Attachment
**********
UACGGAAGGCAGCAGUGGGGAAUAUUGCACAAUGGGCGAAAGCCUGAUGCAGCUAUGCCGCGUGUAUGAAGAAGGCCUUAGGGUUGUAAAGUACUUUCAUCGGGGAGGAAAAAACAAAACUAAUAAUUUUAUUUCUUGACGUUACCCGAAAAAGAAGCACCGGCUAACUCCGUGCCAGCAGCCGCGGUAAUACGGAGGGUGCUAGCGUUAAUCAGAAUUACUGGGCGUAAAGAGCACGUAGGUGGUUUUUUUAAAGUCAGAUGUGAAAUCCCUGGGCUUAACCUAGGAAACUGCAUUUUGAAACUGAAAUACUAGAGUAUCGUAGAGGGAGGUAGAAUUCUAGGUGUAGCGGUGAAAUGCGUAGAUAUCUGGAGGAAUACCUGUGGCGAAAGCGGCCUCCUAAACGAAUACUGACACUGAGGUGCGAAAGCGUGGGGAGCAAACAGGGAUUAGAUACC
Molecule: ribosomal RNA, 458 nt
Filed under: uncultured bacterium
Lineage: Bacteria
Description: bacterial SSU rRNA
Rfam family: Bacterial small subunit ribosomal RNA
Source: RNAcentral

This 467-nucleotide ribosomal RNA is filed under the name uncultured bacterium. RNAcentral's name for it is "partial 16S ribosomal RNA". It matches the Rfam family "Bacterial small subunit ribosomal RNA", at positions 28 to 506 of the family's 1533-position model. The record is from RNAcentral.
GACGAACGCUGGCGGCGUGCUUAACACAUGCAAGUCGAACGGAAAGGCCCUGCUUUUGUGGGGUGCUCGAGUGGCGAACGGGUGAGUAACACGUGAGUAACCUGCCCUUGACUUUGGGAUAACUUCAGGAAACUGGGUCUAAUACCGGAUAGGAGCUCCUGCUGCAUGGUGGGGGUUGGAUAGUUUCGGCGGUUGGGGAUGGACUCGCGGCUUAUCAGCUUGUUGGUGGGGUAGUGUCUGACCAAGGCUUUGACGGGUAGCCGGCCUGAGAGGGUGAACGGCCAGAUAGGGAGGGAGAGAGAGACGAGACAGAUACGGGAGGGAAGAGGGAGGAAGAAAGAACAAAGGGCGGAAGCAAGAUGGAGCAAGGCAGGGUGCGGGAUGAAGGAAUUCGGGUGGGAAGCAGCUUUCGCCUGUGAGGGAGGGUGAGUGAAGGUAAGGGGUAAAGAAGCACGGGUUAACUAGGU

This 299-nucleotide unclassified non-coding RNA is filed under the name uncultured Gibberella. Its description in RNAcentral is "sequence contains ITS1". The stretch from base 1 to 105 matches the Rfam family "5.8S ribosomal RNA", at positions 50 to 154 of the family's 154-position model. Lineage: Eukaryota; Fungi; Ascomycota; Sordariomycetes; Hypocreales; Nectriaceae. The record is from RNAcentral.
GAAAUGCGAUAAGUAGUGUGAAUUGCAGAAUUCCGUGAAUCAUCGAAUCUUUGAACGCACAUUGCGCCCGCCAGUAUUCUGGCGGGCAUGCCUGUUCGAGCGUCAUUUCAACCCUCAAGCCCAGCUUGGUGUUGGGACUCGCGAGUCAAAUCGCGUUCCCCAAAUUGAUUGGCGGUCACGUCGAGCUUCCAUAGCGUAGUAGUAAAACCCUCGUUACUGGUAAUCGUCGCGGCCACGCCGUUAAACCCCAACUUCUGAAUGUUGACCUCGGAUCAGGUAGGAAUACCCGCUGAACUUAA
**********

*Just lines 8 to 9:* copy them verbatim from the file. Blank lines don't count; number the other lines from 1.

This 467-nucleotide ribosomal RNA is filed under the name uncultured bacterium. RNAcentral's name for it is "partial 16S ribosomal RNA". It matches the Rfam family "Bacterial small subunit ribosomal RNA", at positions 28 to 506 of the family's 1533-position model. The record is from RNAcentral.
GACGAACGCUGGCGGCGUGCUUAACACAUGCAAGUCGAACGGAAAGGCCCUGCUUUUGUGGGGUGCUCGAGUGGCGAACGGGUGAGUAACACGUGAGUAACCUGCCCUUGACUUUGGGAUAACUUCAGGAAACUGGGUCUAAUACCGGAUAGGAGCUCCUGCUGCAUGGUGGGGGUUGGAUAGUUUCGGCGGUUGGGGAUGGACUCGCGGCUUAUCAGCUUGUUGGUGGGGUAGUGUCUGACCAAGGCUUUGACGGGUAGCCGGCCUGAGAGGGUGAACGGCCAGAUAGGGAGGGAGAGAGAGACGAGACAGAUACGGGAGGGAAGAGGGAGGAAGAAAGAACAAAGGGCGGAAGCAAGAUGGAGCAAGGCAGGGUGCGGGAUGAAGGAAUUCGGGUGGGAAGCAGCUUUCGCCUGUGAGGGAGGGUGAGUGAAGGUAAGGGGUAAAGAAGCACGGGUUAACUAGGU